As in my other lens attachment reviews, here is a "digital zoom" comparison a picture taken with only the TCON-300 from the some distance as the one at the right above. The sample at the right was resized by a factor of 1.45x in Corel Photo-Paint to match the full combo magnification. Compare it with the one directly above it.

EFL=420mm, 1/200s at F/8;
shot from about 35 meters
Sample from the image at the left, resized by a factor of 1.45x, to match the one directly above

The comparison certainly shows that the extra reach afforded by the TCON-14B is worth the trouble: the resized sample is much less sharp.

The big picture

Or, more exactly, a series of little ones, raw 1:1 samples taken at focal lengths from 140 mm all the way to 600 mm. This is just to have a clear comparison how the image sharpness is changing when you put yet another piece of glass in front of the main lens.

The pictures were taken from varying distances, as needed, to provide the same scale. In an 8x10" (20x25 cm) print the sample size will be about 20 mm (0.8"), sharper than what you see on the screen.

The bottom row shows the same samples after a 60% unsharp mask has been applied to them in Corel Photo-Paint.

140 mm
(no attachments)
200 mm
400 mm
600 mm

As we can see, the TCON-14B causes very little image degradation, whether used directly on the main camera lens (sample 1 to 2), or on the top of the TCON-300 (sample 3 to 4). The biggest drop is when you go from the "bare" lens to TCON-300 (sample 1 to 3).

In the field

I had lots of fun with this monster, in spite of its size and weight.

Without a tripod, camera shake turns out to be the main source of bad pictures. It's a good practice to take two or three frames of every subject, if possible, so that you can choose the best one.

The stubborn autofocus, as described above, originally cost me some frames. The problem disappeared after I gained some experience, getting into a habit of actually checking the image in the finder before releasing the shutter.

These examples are shown just as thumbnails with links to XGA (1024×768) images, just to give you an idea of the capabilities of this 600-mm monster and the fun you can have with it.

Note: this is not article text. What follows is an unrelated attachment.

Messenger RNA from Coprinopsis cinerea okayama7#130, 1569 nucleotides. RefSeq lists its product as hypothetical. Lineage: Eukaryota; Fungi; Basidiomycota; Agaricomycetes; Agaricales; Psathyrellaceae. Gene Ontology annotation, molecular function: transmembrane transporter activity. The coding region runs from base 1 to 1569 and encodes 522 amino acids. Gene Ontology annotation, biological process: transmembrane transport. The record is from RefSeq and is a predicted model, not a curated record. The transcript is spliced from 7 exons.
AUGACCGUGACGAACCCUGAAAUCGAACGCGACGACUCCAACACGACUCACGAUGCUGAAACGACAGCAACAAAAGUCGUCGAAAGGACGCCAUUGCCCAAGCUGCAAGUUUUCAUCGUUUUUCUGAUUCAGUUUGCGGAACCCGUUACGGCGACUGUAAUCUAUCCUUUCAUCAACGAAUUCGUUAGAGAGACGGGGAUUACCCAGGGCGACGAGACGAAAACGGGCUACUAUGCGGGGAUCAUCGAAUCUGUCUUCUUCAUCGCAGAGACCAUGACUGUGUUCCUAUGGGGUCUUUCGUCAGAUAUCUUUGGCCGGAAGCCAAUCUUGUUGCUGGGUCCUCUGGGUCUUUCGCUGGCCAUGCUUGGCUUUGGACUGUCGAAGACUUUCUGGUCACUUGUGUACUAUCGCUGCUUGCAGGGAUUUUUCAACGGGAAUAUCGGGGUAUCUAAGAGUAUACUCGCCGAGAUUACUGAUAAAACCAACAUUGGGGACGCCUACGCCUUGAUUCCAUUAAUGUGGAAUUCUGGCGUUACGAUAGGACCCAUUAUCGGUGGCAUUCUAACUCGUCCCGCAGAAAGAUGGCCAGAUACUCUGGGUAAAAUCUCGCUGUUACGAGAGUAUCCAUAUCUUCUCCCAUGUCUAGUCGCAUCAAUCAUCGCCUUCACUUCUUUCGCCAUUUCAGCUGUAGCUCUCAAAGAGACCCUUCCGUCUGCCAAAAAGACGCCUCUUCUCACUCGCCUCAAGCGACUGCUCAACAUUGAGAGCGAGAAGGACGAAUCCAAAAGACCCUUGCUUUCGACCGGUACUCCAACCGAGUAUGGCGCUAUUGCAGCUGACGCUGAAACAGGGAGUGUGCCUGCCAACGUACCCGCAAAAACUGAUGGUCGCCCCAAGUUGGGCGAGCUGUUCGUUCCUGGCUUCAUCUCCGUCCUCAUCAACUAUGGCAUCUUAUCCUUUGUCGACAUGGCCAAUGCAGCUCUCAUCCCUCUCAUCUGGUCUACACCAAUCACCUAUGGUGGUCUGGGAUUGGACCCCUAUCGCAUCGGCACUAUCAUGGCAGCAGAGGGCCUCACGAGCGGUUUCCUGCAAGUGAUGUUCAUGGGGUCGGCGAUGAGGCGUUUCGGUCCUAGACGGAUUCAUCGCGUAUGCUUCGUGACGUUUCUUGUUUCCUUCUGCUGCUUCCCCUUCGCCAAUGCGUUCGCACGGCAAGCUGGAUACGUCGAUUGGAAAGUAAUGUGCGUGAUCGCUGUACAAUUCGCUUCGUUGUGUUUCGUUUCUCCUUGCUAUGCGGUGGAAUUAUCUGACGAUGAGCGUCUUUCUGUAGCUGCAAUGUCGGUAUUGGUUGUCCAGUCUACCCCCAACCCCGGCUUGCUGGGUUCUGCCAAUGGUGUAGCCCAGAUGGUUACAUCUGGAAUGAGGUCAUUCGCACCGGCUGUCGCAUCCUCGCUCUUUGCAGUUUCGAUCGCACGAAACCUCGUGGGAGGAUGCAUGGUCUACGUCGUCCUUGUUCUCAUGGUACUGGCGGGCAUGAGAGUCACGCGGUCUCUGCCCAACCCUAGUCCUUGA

This turkey vulture was shot last August on the Maryland Eastern Shore, handheld from a car window. The exposure was about 1/400s at F/2.8. The picture was submitted to some cropping, sharpening, and equalization. [XGA] A pumpkin patch in Maryland. The 600 mm focal length was used not only to keep the subject oblivious to the photographer's presence, but also to blur the background out of focus, a tough job on the E-10/E-20. Handheld, program exposure at -0.3 EV. [XGA]
This crab on the Ocracoke Island was quite shy — only with the Big Mama was I able to frame a mug shot. Handheld, exposure not recorded. [XGA] Sunset on the Ocracoke Island, NC. Handheld with some support, exposure not recorded. With the 600 mm lens, the Sun diameter is 15% of the frame width. [XGA]

The penultimate use for a long lens like this is a shot of the Moon (where, frankly speaking, a 3000 mm EFL would be just perfect, filling the frame vertically). Well, I had to limit myself to 600 mm, so have a look at a separate article on this subject.

The bottom line

For many uses, a 600 mm, F/2.8 lens combination is hard to beat, worth the weight and size of the whole shebang. After assembling the somewhat cumbersome TCON-300, adding the other attachment on the top of it is just a breeze.

Optically, the combination is surprisingly satisfactory, but not impressive. As with the TCON-400, most of my failed pictures (and I have quite a many of these) are due to the camera shake or autofocus problem, and not to the optics.

If you have a TCON-300, or are considering it, then adding the TCON-14B to it is very much recommended. Your far-distance shooting will never be the same, and your upper body will gain some muscle.

My other articles related to the Olympus E-10 and E-20 cameras

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Posted 2001/10/23; last updated 2006/03/12 Copyright © 2001-2006 by J. Andrzej Wrotniak